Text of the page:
For the first time this past summer, Joshua Rowe used the CANIKEN® model to teach students in his summer anatomy boot camp at Lincoln Memorial University’s College of Veterinary Medicine in Harrogate, Tennessee.
The college is located at the base of Cumberland Gap National Historical Park—the first great gateway to the west.
During the two-week camp, Rowe alternated teaching the canine forelimb using the CANIKEN® model—building the muscles from the inside out, in clay—with traditional dissection of a cat forelimb. He used the same approach on the pelvic limb, alternating clay construction with dissection.
The boot camp is “low stakes or no stakes,” says Rowe, given that there are no grades. The boot camp is an optional experience for students who will be heading into the challenging first-year course of Gross Anatomy and who want a head start on their studies. Rowe has also noted that the camp draws both strong students, who may have had anatomy courses in the past but take advantage of every learning opportunity they encounter, and those who have never been exposed to an anatomy course. The boot camp, says Rowe, “levels the playing field.”
Rowe’s point is that during boot camp students aren’t burning the midnight oil to cram for tests, as they’ll likely be once the semester begins and tests are extremely high-stake affairs.
Despite the lack of testing pressure, however, Rowe noticed something during the more low-key camp.
“When I came in each morning I would quiz them informally on what we had done the day before, and I was shocked at how much they remembered” from using the CANIKEN® model, says Rowe. “I did get some feedback from students that having built it from deep to superficial and then dissecting from superficial to deep, that the understanding and the expectations of ‘where am I going to find this muscle?’ and ‘how does this muscle relate to ones around it?’ really seemed to improve. I think they got a lot out of it.”
In fact, says Rowe, the Anatomy in Clay system may even have some advantages over dissection when it comes to understanding muscle origins, insertions, attachments, actions, and what joints are crossed. This observations, he notes, is strictly anecdotal. But Rowe notes that in dissection you might be able to say that you identified a muscle once you’ve uncovered a small part of it, but you might not have observed all the interactions that muscle has with those in its anatomical neighborhood. In dissection, he asks, do you really get to see where each muscle begins and ends? Do you get to study all the interplay that is happening?
At least one student agrees.
“The summer anatomy boot camp for LMU’s veterinary program has been a blessing,” veterinary biomedical sciences student Ariel Gardner told in an LMU News Service release. “Creating clay models of the animals we would be dissecting was a key part to my understanding of the material. Being able to first place the muscle layers and understand how they connect throughout the animal’s body enhanced my comprehension of the material once we started dissections.”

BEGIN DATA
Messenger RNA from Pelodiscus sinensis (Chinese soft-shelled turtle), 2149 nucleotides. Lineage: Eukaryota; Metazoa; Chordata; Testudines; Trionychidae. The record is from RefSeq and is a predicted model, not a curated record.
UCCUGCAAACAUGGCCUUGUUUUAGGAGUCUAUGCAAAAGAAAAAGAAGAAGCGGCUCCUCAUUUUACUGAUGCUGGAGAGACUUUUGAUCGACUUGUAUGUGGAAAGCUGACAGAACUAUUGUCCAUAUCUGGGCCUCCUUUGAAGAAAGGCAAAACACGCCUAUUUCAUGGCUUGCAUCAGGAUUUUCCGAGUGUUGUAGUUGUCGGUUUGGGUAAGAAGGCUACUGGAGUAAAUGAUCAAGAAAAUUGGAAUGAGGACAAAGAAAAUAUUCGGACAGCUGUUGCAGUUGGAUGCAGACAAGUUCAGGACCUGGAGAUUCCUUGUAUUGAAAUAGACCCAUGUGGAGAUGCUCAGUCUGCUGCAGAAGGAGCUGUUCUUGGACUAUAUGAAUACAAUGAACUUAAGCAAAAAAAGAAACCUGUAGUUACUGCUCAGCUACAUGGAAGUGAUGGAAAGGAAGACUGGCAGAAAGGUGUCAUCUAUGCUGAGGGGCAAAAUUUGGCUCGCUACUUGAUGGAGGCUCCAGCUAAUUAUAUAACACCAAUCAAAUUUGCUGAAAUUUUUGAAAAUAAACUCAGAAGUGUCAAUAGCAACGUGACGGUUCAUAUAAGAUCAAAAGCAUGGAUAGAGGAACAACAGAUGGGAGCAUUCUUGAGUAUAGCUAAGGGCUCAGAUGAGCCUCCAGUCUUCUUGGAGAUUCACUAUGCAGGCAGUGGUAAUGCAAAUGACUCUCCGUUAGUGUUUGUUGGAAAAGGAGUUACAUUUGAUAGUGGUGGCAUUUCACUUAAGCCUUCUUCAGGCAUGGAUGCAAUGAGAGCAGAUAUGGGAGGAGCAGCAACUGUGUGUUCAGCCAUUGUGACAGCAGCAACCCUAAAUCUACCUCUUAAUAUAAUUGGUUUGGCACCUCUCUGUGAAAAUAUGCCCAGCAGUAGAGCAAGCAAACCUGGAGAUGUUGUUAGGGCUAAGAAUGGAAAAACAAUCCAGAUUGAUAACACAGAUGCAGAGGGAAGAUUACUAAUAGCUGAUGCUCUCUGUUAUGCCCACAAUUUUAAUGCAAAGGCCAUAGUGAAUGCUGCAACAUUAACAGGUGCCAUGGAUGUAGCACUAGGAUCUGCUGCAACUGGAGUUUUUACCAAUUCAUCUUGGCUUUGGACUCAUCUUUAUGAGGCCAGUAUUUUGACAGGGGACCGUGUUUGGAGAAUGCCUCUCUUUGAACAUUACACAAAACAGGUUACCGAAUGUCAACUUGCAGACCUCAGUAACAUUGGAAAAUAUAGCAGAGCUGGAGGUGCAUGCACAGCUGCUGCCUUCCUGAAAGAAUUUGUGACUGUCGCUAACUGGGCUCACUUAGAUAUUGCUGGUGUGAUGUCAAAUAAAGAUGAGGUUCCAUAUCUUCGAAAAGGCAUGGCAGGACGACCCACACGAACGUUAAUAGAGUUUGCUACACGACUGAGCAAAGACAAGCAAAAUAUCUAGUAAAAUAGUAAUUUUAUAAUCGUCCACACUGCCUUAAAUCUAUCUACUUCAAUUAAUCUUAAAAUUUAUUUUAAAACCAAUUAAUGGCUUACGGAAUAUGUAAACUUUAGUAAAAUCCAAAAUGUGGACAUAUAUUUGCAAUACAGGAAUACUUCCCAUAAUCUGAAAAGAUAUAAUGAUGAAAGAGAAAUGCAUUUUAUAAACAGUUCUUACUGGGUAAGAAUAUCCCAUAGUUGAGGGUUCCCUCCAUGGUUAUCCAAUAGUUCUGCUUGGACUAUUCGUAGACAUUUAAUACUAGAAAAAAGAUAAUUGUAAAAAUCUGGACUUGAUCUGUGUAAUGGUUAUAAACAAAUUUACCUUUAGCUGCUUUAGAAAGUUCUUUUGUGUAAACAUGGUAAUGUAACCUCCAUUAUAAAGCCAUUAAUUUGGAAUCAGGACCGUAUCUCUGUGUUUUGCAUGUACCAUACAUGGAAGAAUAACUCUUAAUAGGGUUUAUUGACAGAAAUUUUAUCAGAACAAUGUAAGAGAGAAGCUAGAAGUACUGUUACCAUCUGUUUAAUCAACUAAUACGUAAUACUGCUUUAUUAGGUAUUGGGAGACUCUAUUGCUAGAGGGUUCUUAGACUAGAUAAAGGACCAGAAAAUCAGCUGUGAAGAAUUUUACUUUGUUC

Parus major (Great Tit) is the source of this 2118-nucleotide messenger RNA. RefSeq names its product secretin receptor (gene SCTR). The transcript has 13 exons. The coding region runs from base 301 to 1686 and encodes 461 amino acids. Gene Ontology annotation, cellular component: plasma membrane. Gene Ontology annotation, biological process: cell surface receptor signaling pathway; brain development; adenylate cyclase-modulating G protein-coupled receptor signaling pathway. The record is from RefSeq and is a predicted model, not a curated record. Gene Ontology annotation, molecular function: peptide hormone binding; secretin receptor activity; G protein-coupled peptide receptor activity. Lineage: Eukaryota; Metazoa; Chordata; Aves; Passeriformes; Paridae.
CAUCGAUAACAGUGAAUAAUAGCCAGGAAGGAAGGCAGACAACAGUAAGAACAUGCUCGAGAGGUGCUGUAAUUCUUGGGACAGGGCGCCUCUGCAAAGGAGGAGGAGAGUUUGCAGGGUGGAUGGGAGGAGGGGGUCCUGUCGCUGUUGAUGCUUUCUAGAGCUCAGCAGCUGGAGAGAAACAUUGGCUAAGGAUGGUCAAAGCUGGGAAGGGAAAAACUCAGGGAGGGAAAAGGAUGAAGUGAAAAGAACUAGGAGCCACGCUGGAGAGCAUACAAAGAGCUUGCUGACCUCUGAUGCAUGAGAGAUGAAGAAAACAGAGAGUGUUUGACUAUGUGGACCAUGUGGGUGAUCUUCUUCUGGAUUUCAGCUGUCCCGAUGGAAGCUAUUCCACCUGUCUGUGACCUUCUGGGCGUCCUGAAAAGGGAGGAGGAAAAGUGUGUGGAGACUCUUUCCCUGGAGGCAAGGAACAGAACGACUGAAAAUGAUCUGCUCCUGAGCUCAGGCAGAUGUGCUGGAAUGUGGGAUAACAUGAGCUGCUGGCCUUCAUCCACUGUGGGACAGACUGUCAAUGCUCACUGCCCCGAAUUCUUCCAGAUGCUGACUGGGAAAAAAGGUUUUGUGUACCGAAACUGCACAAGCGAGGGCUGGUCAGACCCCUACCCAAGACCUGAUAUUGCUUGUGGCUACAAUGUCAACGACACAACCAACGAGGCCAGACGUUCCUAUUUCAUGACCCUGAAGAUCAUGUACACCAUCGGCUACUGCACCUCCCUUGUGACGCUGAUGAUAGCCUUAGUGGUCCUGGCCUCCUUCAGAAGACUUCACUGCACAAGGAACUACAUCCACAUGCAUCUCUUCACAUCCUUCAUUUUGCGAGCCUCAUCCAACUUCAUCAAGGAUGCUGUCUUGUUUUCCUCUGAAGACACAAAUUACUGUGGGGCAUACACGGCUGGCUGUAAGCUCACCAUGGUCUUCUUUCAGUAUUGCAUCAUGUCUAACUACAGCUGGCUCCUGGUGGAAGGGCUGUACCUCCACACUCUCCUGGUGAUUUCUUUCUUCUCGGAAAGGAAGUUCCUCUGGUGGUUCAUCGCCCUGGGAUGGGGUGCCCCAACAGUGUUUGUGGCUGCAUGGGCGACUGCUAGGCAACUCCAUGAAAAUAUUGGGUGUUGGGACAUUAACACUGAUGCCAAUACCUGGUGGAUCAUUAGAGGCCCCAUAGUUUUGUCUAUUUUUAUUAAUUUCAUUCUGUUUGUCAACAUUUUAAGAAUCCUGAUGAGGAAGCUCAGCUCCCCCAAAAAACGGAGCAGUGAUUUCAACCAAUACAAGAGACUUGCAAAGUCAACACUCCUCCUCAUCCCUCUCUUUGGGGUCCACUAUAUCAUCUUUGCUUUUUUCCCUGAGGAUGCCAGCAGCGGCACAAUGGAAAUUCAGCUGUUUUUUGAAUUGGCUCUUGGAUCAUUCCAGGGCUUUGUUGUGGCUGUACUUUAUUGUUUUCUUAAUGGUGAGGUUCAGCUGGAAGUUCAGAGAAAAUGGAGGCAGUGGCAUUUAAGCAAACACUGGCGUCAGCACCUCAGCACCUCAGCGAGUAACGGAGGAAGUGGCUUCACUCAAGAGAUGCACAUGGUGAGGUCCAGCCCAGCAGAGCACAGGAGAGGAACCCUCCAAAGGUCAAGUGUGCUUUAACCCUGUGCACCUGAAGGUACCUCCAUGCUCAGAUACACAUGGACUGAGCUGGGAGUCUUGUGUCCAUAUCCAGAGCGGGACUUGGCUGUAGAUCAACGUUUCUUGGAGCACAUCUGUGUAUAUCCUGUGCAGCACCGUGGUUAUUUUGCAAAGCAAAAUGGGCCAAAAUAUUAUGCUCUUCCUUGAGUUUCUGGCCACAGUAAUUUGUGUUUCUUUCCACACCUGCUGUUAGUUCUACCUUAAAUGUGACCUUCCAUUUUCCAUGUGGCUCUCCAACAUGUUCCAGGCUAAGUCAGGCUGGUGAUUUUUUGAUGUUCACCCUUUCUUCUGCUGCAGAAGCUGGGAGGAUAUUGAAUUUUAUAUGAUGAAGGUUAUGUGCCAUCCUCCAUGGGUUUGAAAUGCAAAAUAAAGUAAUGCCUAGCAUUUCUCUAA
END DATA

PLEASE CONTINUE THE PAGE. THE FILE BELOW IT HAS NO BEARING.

The clay construction method, Rowe notes, will never replace dissection. (We agree.) Future surgeons need to approach anatomy as they will when they make their first incision. They need to know what to expect.
Again, makes sense to us!
Dr. Joshua Rowe is in his fourth year of teaching at Lincoln Memorial University. He also taught at Kansas State University. His DVM and PhD in Comparative and Experimental Medicine are from the University of Tennessee.
Rowe considers himself a “classical veterinary anatomist.” As an early vet student, Rowe knew he did not want to go into traditional clinical practice. So when a professor steered him into teaching during his first year of vet school, a light bulb went off—a way to contribute to the profession without directly becoming a clinical practitioner.
To Rowe, anatomy is similar to engineering (a subject he likes).
“It’s really all about how the parts come together to make a dog function as a dog and a horse function as a horse,” he says.
Rowe says he first saw the Anatomy in Clay system at the biennial meeting of the American Association of Veterinary Anatomists in 2017.
Like any good scientist, he says, he was a skeptic at first. He wasn’t sure about deploying them during “regular” coursework, but he thought boot camp would be a good place to start. Now, he’s thinking about using them during the school year, too. And he has brought them out to off-campus meetings of the Applied Anatomy Club.
Because the whole hands-on learning process is fun, he says, students are often “learning without realizing it.” In boot camp, Rowe noted that students really seemed to enjoy the hands-on work. Their stress level drops, he says. “They were smiling and joking.”
And at the head of the class, Rowe said he felt a bit like Bob Ross, referencing the longtime Joy of Painting television host who was known for encouraging viewers to paint while he demonstrated techniques. “Let’s put a happy little tendon over here and I think this muscle needs a friend,” says Rowe, laughing. (He said he spared his students actual impressions.)
Yes, happy little tendons. And all muscles need friends. And who needs stress when you’re studying anatomy?
We couldn’t agree more.
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